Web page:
Protecting kids should be one of the highest priorities of all youth-serving institutions and organizations. Two people have worked unceasingly to make this a reality in the Archdiocese of Denver: Christi Sullivan and Dr. Jim Langley. Since the archdiocese created the Office of Child and Youth Protection in 2002, over 85,000 adults have been trained to recognize and report child abuse. Sullivan is the director and has served for eight years in the office. Dr. Langley is the Victim Assistance Coordinator and meets with anyone needing help with any kind of abuse or neglect. Together, they have helped bring a measure of healing and justice to victims of sexual abuse and have helped make the archdiocese a safer place for children.

READ: Q&A: How the Office of Child and Youth Protection helps keep kids safe


Photo by Andrew Wright / Denver Catholic

No one is perfect. No one has every gift. Nonetheless, some offer everything they do have for others in the name of Jesus Christ. These men are our priests. They humbly serve the people of God, offering the sacraments and acting as a loving presence in each of our lives. Much like first responders, priests run into the fray of life’s difficulties and provide crucial care for our souls. We encounter them each week at Mass acting in the person of Christ to give us the sacraments, but their duties extend far beyond the parish. They offer guidance when we are feeling spiritually destitute. They perform Baptisms for babies and Anointings of the Sick for the dying. They offer us absolution from our sins through the forgiving power of Christ. Unjustly scorned by many, our priests stand athwart the devil’s lies and bring truth to those most in need. It is for these and countless other reasons that priests are heroes in our midst.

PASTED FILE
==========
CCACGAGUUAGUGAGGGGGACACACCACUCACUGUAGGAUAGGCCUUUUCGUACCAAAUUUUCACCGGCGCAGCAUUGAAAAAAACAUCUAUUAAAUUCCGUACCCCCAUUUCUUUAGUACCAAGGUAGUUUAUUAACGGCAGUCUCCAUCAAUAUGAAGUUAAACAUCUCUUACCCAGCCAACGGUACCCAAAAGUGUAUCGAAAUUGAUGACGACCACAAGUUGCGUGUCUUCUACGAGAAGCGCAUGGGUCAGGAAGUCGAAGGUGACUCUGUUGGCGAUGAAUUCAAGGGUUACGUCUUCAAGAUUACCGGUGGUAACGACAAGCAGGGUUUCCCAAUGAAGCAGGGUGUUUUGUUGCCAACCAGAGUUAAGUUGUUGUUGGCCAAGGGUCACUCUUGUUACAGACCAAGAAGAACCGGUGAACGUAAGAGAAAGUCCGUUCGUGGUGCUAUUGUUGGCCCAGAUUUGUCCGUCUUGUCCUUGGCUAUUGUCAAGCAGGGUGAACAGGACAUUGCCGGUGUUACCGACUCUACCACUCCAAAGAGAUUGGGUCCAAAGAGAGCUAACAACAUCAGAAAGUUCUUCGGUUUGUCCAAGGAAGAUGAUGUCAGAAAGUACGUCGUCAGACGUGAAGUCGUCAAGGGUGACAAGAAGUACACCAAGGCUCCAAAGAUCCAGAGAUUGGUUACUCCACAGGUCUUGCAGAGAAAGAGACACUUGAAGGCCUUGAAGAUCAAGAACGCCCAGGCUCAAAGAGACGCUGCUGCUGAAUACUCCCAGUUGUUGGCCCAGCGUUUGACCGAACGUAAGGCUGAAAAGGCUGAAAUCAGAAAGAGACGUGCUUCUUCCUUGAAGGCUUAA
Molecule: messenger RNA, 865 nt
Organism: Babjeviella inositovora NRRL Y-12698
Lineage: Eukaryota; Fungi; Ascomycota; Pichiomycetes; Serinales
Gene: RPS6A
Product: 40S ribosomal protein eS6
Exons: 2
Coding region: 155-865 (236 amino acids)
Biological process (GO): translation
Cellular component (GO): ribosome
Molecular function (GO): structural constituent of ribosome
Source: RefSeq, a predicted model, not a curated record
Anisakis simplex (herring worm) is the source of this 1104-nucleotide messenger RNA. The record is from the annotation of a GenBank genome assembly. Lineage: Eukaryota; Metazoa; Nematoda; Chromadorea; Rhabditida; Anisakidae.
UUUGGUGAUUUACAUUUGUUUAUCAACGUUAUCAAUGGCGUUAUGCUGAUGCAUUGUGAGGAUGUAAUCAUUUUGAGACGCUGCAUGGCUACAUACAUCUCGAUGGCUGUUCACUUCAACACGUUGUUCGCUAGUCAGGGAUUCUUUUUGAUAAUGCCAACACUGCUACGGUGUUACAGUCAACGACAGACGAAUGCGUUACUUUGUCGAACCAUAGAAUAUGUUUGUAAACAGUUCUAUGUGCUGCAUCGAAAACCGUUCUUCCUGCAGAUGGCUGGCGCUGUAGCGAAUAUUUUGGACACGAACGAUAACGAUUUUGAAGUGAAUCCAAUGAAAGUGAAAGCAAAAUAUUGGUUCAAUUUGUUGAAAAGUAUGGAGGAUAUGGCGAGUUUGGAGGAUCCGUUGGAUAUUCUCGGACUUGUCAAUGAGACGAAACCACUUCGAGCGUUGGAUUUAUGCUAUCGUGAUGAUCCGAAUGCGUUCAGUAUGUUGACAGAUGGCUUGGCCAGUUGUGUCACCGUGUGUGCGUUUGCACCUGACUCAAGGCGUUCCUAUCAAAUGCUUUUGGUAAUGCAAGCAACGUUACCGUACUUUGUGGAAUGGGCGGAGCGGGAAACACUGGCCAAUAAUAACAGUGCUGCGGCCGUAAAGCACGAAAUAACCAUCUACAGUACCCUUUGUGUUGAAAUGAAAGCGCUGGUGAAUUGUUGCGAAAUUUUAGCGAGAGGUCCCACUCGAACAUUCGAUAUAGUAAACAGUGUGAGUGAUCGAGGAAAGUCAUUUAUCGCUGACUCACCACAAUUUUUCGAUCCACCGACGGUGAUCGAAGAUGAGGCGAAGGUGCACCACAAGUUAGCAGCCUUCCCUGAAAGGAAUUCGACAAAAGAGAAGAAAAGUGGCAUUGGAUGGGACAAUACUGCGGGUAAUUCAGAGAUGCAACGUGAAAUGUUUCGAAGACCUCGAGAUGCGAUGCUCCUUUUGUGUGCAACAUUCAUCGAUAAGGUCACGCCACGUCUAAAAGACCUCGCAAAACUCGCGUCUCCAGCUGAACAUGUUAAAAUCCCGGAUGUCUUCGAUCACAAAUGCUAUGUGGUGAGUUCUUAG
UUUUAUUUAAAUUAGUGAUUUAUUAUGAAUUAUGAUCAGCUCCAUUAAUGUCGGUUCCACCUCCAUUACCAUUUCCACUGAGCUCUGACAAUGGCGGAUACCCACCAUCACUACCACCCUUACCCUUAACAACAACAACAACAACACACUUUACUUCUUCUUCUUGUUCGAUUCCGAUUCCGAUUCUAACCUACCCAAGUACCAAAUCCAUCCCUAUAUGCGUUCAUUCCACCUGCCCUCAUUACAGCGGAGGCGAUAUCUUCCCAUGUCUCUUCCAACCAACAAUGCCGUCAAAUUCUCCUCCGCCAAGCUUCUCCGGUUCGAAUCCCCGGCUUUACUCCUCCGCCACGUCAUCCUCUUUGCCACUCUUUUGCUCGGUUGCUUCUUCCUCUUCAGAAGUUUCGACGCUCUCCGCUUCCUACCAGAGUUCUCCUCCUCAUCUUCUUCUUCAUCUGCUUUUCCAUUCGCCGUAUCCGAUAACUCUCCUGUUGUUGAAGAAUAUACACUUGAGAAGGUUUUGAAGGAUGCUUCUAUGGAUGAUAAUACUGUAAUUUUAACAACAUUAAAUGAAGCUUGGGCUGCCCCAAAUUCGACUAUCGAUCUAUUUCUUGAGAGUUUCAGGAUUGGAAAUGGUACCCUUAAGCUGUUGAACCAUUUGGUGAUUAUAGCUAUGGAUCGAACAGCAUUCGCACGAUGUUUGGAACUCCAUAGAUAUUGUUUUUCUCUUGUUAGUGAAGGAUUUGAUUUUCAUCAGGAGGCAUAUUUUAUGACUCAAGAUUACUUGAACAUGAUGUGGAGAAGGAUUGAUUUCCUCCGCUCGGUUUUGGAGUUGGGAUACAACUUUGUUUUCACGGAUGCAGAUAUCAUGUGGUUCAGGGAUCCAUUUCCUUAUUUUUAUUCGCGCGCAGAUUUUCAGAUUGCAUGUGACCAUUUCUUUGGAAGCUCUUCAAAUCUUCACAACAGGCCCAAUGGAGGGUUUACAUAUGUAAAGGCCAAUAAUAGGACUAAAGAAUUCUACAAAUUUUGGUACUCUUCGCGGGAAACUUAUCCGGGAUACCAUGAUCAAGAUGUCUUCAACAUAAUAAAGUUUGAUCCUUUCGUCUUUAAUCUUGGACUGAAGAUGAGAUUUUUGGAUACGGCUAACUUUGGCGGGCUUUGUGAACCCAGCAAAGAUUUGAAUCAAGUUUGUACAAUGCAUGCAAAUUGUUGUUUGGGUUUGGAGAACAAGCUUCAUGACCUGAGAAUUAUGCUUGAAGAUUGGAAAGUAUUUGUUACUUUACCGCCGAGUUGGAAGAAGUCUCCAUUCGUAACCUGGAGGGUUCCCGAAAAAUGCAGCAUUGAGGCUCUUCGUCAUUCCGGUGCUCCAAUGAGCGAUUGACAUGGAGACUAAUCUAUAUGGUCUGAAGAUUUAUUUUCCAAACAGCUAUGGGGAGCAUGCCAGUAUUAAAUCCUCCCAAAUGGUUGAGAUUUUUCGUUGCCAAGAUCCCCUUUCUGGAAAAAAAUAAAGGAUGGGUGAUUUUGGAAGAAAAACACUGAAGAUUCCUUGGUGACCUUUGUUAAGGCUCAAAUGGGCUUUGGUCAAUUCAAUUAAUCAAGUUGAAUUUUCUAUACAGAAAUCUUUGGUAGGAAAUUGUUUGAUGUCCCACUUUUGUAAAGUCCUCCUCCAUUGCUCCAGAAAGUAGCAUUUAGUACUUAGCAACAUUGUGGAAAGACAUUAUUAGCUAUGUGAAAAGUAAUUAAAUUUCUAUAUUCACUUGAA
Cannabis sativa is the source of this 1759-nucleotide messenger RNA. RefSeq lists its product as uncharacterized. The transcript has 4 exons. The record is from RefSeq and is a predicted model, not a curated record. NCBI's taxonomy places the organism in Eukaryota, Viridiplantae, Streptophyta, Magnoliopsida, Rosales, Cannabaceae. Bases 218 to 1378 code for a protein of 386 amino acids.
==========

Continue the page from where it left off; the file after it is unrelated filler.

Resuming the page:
READ: The priest I know

COMING UP: Colorado Catholic Conference 2021 Legislative Recap

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On June 8, the First Regular Session of the 73rd General Assembly adjourned. Over 600 bills were introduced this session. Policy primarily focused on transportation, agriculture, healthcare, fiscal policy, and the state budget. However, the legislature also considered and passed many bills that could impact the Catholic Church in Colorado.  

Some bills that were passed will uphold Catholic social teaching and protect the poor and vulnerable of our society while others pose potentially harmful consequences to the Catholic Church, its affiliated organizations, and Colorado citizens who wish to practice their well-founded convictions. There were also many bills that were considered by the legislature that did not pass, including two bills that would have upheld the sanctity of life and two that would have expanded education opportunity for K-12 students.  

The Colorado Catholic Conference (CCC), as the united voice of the four Colorado bishops, advocated for Catholic values at the Capitol and ensured that the Church’s voice was heard in the shaping of policy.  

Below is a recap of the CCC’s 19 priority bills from the 2021 legislative session. For a full list of the legislation the Conference worked on, please visit:  

For regular updates and other information, please sign-up for the CCC legislative network here.  

Six bills the CCC supported that were either passed or enacted

Note: Passed means the bill was approved by both chambers of the legislature and is pending the governor’s signature as of June 9, 2021. Enacted means the bill was signed by the governor and became law.